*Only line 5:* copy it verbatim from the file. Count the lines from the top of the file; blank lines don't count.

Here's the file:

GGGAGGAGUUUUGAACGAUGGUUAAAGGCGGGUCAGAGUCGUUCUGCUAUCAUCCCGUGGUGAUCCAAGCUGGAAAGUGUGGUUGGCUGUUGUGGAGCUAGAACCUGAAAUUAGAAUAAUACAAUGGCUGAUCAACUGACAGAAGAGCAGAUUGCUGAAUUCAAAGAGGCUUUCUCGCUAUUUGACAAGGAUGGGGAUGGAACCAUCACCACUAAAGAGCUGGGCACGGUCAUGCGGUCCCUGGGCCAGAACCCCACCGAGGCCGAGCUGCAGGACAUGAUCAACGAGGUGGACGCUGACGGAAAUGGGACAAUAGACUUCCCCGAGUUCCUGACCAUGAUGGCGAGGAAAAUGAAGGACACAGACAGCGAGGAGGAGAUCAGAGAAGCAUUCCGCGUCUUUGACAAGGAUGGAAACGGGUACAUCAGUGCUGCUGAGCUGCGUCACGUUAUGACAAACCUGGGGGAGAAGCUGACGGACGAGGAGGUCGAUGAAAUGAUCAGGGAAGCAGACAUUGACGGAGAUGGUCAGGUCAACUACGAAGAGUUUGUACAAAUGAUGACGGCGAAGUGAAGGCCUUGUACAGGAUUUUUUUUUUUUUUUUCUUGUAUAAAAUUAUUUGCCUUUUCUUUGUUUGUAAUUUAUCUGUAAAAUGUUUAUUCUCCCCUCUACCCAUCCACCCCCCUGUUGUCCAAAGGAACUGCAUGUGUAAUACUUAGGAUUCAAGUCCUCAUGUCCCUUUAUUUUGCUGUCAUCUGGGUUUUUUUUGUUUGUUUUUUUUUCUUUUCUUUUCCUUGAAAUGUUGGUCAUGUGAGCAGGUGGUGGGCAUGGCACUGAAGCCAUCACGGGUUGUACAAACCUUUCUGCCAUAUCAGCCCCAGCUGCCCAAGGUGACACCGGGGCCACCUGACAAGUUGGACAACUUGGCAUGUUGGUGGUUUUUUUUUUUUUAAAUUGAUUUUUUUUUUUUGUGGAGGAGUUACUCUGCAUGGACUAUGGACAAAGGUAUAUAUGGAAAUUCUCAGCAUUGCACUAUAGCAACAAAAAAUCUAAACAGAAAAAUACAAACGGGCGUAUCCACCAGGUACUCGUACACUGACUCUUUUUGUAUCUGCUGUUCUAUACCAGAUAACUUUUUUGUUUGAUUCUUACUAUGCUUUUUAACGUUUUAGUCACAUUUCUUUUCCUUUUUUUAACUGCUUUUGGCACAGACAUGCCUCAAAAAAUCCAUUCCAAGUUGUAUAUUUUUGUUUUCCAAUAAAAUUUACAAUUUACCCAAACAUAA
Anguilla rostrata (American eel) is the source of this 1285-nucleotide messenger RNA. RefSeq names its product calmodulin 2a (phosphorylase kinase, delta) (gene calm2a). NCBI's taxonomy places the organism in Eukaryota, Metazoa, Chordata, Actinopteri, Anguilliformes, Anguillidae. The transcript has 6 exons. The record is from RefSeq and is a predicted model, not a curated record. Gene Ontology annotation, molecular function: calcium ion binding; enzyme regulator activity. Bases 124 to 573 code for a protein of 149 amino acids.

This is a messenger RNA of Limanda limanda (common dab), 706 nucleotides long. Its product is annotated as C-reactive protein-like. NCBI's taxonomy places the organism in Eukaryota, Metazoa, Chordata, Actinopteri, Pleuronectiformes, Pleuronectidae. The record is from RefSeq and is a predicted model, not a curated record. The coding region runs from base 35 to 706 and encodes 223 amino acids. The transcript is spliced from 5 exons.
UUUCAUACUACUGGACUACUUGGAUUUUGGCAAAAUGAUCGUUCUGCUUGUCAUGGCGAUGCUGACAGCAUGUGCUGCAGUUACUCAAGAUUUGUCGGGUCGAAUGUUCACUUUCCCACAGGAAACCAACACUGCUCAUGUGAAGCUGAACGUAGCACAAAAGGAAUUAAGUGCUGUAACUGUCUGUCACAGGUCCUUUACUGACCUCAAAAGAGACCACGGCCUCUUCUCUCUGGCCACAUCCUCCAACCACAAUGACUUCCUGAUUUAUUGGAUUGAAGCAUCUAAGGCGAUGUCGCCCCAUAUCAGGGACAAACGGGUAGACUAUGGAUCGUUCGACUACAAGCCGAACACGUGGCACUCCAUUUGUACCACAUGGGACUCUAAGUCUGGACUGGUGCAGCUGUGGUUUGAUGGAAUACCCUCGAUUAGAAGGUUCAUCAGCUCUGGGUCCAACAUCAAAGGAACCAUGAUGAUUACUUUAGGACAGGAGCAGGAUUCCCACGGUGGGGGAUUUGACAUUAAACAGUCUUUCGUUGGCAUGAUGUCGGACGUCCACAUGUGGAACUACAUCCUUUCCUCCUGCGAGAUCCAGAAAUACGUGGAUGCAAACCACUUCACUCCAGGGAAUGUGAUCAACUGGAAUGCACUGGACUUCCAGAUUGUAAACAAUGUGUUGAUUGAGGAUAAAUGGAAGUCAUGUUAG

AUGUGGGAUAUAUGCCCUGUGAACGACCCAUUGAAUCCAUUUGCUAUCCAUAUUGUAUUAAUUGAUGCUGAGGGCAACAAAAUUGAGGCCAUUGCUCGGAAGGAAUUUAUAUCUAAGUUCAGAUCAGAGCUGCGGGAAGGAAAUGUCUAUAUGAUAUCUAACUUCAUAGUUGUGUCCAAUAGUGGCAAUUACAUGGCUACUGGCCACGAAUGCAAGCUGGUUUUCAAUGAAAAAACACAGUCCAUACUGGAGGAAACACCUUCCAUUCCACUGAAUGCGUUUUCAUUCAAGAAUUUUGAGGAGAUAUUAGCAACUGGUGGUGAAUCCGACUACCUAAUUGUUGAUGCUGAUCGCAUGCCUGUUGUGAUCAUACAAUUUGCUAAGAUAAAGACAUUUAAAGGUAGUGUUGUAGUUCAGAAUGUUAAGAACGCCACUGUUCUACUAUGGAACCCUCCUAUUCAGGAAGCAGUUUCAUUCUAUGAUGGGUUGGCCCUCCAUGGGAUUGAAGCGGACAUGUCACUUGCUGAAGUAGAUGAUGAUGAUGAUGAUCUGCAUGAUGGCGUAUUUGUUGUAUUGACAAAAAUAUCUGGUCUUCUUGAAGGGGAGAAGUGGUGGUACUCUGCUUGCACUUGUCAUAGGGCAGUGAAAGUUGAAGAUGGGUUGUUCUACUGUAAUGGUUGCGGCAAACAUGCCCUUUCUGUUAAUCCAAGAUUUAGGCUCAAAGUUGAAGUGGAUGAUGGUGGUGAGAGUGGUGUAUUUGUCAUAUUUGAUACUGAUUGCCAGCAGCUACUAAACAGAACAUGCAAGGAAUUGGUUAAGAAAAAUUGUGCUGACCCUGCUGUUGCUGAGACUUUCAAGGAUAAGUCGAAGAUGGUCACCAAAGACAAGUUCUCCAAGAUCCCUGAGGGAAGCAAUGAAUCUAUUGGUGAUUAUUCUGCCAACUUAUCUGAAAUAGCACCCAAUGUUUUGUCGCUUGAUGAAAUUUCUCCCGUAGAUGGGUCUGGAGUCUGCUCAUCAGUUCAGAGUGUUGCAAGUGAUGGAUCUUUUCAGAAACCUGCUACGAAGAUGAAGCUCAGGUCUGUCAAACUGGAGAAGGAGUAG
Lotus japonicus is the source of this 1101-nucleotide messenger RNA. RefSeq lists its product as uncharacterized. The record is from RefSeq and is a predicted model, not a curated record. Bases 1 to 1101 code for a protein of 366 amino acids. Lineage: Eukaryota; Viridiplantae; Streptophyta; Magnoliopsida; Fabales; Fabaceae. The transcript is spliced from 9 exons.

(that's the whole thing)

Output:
AUGUGGGAUAUAUGCCCUGUGAACGACCCAUUGAAUCCAUUUGCUAUCCAUAUUGUAUUAAUUGAUGCUGAGGGCAACAAAAUUGAGGCCAUUGCUCGGAAGGAAUUUAUAUCUAAGUUCAGAUCAGAGCUGCGGGAAGGAAAUGUCUAUAUGAUAUCUAACUUCAUAGUUGUGUCCAAUAGUGGCAAUUACAUGGCUACUGGCCACGAAUGCAAGCUGGUUUUCAAUGAAAAAACACAGUCCAUACUGGAGGAAACACCUUCCAUUCCACUGAAUGCGUUUUCAUUCAAGAAUUUUGAGGAGAUAUUAGCAACUGGUGGUGAAUCCGACUACCUAAUUGUUGAUGCUGAUCGCAUGCCUGUUGUGAUCAUACAAUUUGCUAAGAUAAAGACAUUUAAAGGUAGUGUUGUAGUUCAGAAUGUUAAGAACGCCACUGUUCUACUAUGGAACCCUCCUAUUCAGGAAGCAGUUUCAUUCUAUGAUGGGUUGGCCCUCCAUGGGAUUGAAGCGGACAUGUCACUUGCUGAAGUAGAUGAUGAUGAUGAUGAUCUGCAUGAUGGCGUAUUUGUUGUAUUGACAAAAAUAUCUGGUCUUCUUGAAGGGGAGAAGUGGUGGUACUCUGCUUGCACUUGUCAUAGGGCAGUGAAAGUUGAAGAUGGGUUGUUCUACUGUAAUGGUUGCGGCAAACAUGCCCUUUCUGUUAAUCCAAGAUUUAGGCUCAAAGUUGAAGUGGAUGAUGGUGGUGAGAGUGGUGUAUUUGUCAUAUUUGAUACUGAUUGCCAGCAGCUACUAAACAGAACAUGCAAGGAAUUGGUUAAGAAAAAUUGUGCUGACCCUGCUGUUGCUGAGACUUUCAAGGAUAAGUCGAAGAUGGUCACCAAAGACAAGUUCUCCAAGAUCCCUGAGGGAAGCAAUGAAUCUAUUGGUGAUUAUUCUGCCAACUUAUCUGAAAUAGCACCCAAUGUUUUGUCGCUUGAUGAAAUUUCUCCCGUAGAUGGGUCUGGAGUCUGCUCAUCAGUUCAGAGUGUUGCAAGUGAUGGAUCUUUUCAGAAACCUGCUACGAAGAUGAAGCUCAGGUCUGUCAAACUGGAGAAGGAGUAG